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Major mobile-only SVoD service Quibi set to launch in April

A subscription video on demand service designed solely for mobile consumption will launch with the backing of much of the entertainment establishment.

Quibi is an abbreviation of ‘quick bites’ and is headed up by Silicon Valley veteran Meg Whitman and Hollywood aristocrat Jeffrey Katzenberg. This combination is being offered as evidence that the new service will deliver an ideal combination of entertainment and technology. We first encountered Quibi last year, but it used a CES keynote to ramp up the hype ahead of a 6 April launch.

The unique selling point is that all the content it offers will be specially created to be consumed on a mobile phone. This means not only special framing but clips ranging from four to ten minutes in length. The big new feature Quibi execs banged on about in the keynote was the ability to auto-rotate the content between portrait and landscape mode. In most cases this seems to just mean the portrait view is just a cropped and zoomed version of landscape, but there’s also the potential to offer unique perspectives depending on the alignment.

That last feature is novel but could easily become an annoying gimmick if used clumsily. So could a Steven Spielberg series called after dark, which you can only watch at night. What if you want to watch it during the day? Quibi needs to be careful that, in it’s desire to differentiate itself in the highly competitive SVoD market, it doesn’t get carried away with cute but irritating features.

On that note we spoke to Ovum’s Chief Analyst for entertainment Ed Barton, to get his take on the imminent launch. “Quibi’s innovations are revolutionary and it must, arguably, inspire a revolution in viewing habits to succeed,” he said. “Mobile-first viewing services have not enjoyed a particularly illustrious track record and already huge volumes of mobile video consumption are driven by YouTube, messaging and social apps, and Quibi is betting that there is space for a premium player. It is a bold bet especially when competition is more intense than ever before.”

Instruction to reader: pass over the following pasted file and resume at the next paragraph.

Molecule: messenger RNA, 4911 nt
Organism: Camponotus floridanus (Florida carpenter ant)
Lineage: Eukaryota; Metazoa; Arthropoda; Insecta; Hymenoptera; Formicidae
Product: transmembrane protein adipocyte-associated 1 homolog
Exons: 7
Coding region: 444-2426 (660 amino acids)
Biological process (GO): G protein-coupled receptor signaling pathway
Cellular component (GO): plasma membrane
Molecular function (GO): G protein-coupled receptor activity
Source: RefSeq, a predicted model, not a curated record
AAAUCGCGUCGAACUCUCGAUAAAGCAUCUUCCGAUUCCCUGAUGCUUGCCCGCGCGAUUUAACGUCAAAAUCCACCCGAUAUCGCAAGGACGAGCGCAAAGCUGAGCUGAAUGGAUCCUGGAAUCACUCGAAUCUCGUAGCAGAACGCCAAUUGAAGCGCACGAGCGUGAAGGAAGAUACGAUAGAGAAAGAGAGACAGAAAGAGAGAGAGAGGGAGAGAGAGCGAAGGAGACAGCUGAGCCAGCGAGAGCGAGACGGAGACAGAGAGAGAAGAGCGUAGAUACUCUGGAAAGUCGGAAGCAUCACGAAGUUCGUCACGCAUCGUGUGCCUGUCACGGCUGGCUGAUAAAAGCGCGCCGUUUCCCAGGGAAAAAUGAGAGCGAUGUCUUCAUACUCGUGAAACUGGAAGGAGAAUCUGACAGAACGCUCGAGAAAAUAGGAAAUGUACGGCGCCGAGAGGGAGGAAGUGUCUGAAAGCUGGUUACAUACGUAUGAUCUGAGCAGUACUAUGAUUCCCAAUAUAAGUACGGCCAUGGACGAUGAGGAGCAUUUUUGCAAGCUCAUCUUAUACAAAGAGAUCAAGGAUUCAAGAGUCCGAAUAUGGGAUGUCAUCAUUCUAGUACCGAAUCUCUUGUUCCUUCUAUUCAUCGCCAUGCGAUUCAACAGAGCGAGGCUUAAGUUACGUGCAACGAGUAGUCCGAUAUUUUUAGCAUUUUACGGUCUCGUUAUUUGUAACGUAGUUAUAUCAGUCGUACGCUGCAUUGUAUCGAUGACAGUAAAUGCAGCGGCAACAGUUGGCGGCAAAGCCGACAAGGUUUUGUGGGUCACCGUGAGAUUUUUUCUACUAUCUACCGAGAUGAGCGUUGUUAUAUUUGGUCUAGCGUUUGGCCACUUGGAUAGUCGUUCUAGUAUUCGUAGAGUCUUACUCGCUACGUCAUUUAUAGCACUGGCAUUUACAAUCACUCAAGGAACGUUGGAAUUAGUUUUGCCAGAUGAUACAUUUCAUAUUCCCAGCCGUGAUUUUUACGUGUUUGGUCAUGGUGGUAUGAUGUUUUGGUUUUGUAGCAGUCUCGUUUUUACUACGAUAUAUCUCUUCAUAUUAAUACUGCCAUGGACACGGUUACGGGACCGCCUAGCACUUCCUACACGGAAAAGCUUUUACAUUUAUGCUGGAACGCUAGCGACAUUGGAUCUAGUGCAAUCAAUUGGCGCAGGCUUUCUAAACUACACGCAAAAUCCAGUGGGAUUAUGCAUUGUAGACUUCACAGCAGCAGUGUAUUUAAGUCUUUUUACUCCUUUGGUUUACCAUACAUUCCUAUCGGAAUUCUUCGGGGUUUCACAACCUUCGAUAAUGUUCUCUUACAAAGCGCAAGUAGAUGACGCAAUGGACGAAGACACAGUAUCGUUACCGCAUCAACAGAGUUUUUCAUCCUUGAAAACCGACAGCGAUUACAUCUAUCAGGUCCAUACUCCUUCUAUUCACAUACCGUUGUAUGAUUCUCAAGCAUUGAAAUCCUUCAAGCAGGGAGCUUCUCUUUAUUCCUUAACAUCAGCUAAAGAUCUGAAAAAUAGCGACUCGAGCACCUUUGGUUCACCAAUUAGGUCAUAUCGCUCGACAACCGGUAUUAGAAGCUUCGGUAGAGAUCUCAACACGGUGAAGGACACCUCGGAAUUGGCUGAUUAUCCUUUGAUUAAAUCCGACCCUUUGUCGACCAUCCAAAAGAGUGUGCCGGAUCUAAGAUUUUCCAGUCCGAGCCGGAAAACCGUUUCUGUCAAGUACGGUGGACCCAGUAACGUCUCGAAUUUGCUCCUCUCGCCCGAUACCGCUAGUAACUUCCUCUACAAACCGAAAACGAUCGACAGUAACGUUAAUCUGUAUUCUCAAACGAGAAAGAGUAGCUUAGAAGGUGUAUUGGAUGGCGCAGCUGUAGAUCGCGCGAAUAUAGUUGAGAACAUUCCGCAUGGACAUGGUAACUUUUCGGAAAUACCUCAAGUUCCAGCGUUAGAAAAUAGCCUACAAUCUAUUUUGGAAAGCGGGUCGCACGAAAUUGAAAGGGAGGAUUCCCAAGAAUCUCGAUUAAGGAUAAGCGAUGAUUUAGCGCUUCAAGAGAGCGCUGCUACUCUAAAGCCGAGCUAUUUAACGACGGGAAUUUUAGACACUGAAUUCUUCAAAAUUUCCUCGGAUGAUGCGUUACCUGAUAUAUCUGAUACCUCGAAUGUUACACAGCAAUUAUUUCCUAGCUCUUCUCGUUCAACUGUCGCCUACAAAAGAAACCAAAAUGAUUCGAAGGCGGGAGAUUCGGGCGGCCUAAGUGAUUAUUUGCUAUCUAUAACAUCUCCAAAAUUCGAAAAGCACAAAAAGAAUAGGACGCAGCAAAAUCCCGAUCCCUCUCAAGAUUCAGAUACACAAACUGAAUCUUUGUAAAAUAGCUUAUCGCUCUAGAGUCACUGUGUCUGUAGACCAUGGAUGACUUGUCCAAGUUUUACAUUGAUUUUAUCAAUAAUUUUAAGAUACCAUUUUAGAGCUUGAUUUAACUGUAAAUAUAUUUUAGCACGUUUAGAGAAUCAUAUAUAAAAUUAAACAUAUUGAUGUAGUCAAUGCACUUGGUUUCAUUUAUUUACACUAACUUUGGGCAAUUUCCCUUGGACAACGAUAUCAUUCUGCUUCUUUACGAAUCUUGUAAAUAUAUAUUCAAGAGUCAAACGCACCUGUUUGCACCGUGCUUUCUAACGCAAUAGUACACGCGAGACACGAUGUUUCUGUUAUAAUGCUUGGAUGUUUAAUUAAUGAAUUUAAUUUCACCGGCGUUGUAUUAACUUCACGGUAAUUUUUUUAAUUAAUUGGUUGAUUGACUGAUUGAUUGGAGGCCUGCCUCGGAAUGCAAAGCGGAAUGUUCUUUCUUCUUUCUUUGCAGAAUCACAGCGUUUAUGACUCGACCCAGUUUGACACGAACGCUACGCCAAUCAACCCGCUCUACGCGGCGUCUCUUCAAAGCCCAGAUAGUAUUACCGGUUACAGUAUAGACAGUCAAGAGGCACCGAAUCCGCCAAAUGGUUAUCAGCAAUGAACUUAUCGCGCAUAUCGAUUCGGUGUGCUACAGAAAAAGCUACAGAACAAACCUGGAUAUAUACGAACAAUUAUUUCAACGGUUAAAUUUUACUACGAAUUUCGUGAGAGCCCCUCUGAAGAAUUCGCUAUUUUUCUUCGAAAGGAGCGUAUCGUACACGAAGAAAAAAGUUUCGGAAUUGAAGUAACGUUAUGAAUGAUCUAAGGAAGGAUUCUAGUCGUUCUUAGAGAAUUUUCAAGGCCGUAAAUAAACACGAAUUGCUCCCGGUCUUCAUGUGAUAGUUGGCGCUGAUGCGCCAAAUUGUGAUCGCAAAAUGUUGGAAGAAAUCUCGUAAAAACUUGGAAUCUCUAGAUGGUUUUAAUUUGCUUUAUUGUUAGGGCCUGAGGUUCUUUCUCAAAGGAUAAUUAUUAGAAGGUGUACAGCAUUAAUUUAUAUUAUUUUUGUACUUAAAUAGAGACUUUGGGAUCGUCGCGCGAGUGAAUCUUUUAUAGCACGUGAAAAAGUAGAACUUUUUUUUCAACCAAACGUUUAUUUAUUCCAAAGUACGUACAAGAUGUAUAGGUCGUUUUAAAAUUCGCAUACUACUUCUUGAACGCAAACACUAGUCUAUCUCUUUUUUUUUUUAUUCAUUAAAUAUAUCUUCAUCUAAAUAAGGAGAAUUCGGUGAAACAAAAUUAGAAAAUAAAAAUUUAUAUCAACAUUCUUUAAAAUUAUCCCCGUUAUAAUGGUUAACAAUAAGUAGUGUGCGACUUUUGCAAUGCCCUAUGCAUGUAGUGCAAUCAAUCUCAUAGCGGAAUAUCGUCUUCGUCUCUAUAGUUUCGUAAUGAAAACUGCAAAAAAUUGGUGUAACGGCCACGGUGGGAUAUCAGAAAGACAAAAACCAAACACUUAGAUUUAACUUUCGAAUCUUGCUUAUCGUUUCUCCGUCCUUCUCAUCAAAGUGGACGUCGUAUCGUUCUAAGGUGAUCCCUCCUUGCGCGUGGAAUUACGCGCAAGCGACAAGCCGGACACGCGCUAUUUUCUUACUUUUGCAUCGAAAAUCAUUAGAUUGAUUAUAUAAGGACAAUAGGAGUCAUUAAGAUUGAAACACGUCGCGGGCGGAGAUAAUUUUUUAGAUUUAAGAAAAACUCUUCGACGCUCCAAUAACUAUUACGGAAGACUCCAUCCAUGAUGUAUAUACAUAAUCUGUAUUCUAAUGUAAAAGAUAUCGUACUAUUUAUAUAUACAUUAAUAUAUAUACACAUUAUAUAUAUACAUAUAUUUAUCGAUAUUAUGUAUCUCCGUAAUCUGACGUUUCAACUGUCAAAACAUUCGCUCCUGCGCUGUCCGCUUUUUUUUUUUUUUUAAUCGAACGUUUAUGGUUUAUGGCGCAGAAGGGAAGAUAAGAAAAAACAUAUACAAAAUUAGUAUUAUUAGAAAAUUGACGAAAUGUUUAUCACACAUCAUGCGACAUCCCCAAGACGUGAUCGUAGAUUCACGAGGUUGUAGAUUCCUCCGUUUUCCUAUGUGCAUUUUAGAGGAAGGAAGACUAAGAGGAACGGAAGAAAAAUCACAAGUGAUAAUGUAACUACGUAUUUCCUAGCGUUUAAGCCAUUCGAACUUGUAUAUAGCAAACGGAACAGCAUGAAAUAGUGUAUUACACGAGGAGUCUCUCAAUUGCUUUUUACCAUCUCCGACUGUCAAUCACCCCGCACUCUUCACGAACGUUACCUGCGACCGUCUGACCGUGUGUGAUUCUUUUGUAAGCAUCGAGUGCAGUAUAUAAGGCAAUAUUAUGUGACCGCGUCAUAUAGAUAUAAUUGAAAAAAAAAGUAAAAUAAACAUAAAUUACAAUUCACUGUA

Barton’s cautious assessment is reflected in Ovum’s initial forecast for emerging global direct to consumer video platforms, which you can see below. It should also be noted that Ovum still only sees these new platforms accounting for 29% of the total US (where most of them are expected to have the most traction) SVoD market by 2024.

Quibi does have a lot going for it, not least the apparent backing of the entire mainstream media and entertainment establishment. On top of that T-Mobile US will be offering it to its punters from launch and Google seems to have a major role too. It has promised three hours of fresh, original content per day and is asking for $5 with ads and $8 without ads for access. The pitch is that Quibi is premium video for millennials, which makes its partnership with Google especially intriguing as that puts it in direct competition with YouTube.

  • Video Exchange MENA


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